As noted above, the CCB cannot grant injunctions, which could be very frustrating in instances where there is a clear, ongoing infringement that is very harmful to the copyright owner and/or to the value of or market for the copyrights work(s) at issue. Further, the CCB cannot grant attorneys’ fees unless the Board determines that there was “bad faith,” a vague standard and one that can be difficult to prove. And if the losing party fails to pay the damages award, the winning party must go to federal court to enforce any relief granted by the Board, resulting in additional time and expense that could defeat the purpose of having used the CCB process.
Other limitations are in play, as well. One potential disadvantage of the CCB proceedings is that they may not be well suited to complex copyright issues, but rather would work best for relatively straightforward copyright cases where the facts and law are relatively clear and where there is no split between the circuits. Another potential disadvantage, particularly for complex matters, is that the claim at issue will be limited to copyrights: the parties will not be able to include other related federal claims or any state law claims in the case; they would need to litigate those claims in federal or state court, thus defeating the goal of a relatively inexpensive and quick resolution of all the issues between the parties involved. Also significant is the fact that there is no deadline for final decisions by the Board, so theoretically it could take a long time to obtain a resolution, which goes against the goal of using the CCB process to obtain relatively speedy decisions.
Another issue for both sides to consider is that appeal rights in the CCB are very limited. The losing party can request reconsideration of the CCB’s decision and, if that is denied, can request that the Copyright Office review the CCB’s decision for “abuse of discretion” or ask a federal court to vacate modify or correct the CCB’s decision. A federal court, however, will be hamstringed in what actions it can take, only being able to change the CCB’s decision if (1) it was issued because of “fraud, corruption, misrepresentation or other misconduct,” (2) the CCB exceeded its authority or didn’t issue a final determination, or (3) if “excusable” neglect caused a default or failure to prosecute.
Precedent is another key factor both sides should consider. CCB decisions are binding only as to the parties in the action and cannot be relied on as legal precedent, even in future proceedings before the CCB. It may be important to try to establish favorable precedent on an important copyright issue so that it can be used by other copyright owners or defendants in the future. As for legal precedent, the CCB is required to rely on such precedent in making its decisions. However, sometimes copyright precedent is not clear. For example, what happens when there is a split among the circuits—which is often the case for key copyright issues? And what if the decision that caused the split is issued while the CCB claim is pending?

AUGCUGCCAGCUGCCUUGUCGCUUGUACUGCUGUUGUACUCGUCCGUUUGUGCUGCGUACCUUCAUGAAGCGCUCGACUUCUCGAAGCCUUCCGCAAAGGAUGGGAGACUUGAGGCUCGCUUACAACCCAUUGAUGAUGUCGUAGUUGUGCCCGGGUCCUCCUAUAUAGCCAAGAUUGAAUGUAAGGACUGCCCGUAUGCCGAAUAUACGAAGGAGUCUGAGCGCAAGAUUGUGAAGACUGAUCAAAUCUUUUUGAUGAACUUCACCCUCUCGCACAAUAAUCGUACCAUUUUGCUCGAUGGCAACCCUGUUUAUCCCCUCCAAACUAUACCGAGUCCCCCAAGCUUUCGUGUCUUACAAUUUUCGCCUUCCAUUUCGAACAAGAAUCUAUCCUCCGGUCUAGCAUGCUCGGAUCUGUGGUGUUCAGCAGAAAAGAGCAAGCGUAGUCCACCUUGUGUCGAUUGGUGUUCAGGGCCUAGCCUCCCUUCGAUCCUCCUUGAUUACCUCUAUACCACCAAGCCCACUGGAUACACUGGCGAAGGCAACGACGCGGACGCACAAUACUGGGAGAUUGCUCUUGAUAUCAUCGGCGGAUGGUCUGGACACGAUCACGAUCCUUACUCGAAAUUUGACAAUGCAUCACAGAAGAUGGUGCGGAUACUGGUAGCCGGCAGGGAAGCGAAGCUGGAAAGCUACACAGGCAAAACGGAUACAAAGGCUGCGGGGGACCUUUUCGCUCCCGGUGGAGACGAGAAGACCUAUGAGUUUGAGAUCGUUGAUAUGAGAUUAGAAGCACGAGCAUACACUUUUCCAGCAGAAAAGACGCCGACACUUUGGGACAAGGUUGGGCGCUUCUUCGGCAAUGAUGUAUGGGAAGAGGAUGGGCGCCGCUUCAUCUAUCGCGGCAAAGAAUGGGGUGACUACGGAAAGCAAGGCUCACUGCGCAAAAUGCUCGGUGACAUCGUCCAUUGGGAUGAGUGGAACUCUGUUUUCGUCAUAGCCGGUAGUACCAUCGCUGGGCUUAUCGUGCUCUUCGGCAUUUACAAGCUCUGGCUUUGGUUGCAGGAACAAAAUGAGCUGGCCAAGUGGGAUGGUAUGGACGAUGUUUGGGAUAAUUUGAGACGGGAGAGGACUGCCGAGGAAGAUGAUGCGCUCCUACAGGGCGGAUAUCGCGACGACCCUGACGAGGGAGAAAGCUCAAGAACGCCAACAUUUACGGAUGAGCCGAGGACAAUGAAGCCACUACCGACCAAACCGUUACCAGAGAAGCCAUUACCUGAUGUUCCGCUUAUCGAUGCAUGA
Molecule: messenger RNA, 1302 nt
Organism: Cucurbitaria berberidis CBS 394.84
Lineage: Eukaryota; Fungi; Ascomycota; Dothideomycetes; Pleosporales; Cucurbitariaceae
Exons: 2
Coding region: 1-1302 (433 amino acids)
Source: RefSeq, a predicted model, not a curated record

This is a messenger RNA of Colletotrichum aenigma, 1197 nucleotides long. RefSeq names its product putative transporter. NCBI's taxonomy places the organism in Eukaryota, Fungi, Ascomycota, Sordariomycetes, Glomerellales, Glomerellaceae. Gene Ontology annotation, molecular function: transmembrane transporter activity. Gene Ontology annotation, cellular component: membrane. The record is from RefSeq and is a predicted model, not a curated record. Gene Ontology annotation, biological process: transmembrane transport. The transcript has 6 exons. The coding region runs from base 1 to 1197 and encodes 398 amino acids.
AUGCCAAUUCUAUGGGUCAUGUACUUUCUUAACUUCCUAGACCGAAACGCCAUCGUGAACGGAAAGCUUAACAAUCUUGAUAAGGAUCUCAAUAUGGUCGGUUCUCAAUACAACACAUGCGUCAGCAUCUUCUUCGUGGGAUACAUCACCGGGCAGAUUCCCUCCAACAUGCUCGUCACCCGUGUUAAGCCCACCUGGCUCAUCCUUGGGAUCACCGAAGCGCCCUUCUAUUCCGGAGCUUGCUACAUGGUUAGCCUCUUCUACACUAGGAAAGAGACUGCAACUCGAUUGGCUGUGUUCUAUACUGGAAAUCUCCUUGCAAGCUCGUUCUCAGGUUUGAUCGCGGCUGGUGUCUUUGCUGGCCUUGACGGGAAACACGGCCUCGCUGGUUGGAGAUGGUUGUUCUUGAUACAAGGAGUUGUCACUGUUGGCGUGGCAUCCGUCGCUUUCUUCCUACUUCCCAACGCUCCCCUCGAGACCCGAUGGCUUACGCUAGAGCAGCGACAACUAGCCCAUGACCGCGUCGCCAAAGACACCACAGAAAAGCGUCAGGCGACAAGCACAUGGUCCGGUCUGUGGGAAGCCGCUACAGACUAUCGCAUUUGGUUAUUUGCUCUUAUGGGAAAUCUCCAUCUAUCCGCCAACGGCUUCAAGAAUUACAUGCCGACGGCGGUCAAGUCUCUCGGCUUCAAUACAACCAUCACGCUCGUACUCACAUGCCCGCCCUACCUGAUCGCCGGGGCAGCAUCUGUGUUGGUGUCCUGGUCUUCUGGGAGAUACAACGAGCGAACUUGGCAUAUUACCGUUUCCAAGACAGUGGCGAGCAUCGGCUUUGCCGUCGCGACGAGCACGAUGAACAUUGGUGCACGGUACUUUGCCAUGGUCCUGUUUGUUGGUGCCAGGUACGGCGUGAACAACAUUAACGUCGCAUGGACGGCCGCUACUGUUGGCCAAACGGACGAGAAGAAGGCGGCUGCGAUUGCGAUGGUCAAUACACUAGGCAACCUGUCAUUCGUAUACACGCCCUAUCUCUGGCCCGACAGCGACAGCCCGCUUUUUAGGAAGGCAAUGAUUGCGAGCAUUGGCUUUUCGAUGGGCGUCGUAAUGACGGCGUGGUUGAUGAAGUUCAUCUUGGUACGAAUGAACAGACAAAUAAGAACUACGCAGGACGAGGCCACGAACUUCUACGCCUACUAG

Letting Facts, Circumstances and Good Counsel Guide You
Ultimately, the CCB process presents potential advantages and disadvantages to both sides, and the ability to opt out could potentially allow copyright owners to force alleged infringers to litigate in federal court anyway. While this possibility goes against the purported purpose of the CCB process, the opt-out option is nevertheless important to ensure that highly significant copyright issues are fully litigated and decided by federal courts, that important copyright precedents are established, and that litigants have the opportunity to have a trial by jury if desired.
Whether the CCB is a good option for a party will depend on the specific facts and circumstances in each case. Some of the variables include the nature of the parties and who they are; the type and magnitude of infringement; what the copyright owner is trying to achieve and the goals in bringing the action; whether the work at issue is registered or an application is pending instead; other circumstances affecting the timing needs of the parties; damage issues both as to the type and magnitude of available damages, the remedies available, and issues of proof; whether the ability to seek injunctive relief is important; the desirability of an appeal and of establishing precedent for important copyright issues; and how challenging it may be to prove willfulness in court or bad faith in the CCB. The bottom line is that it will be important for parties to weigh the pros and cons and various factors at play in each situation, and consult with a knowledgeable attorney, before deciding whether to participate in a CCB proceeding.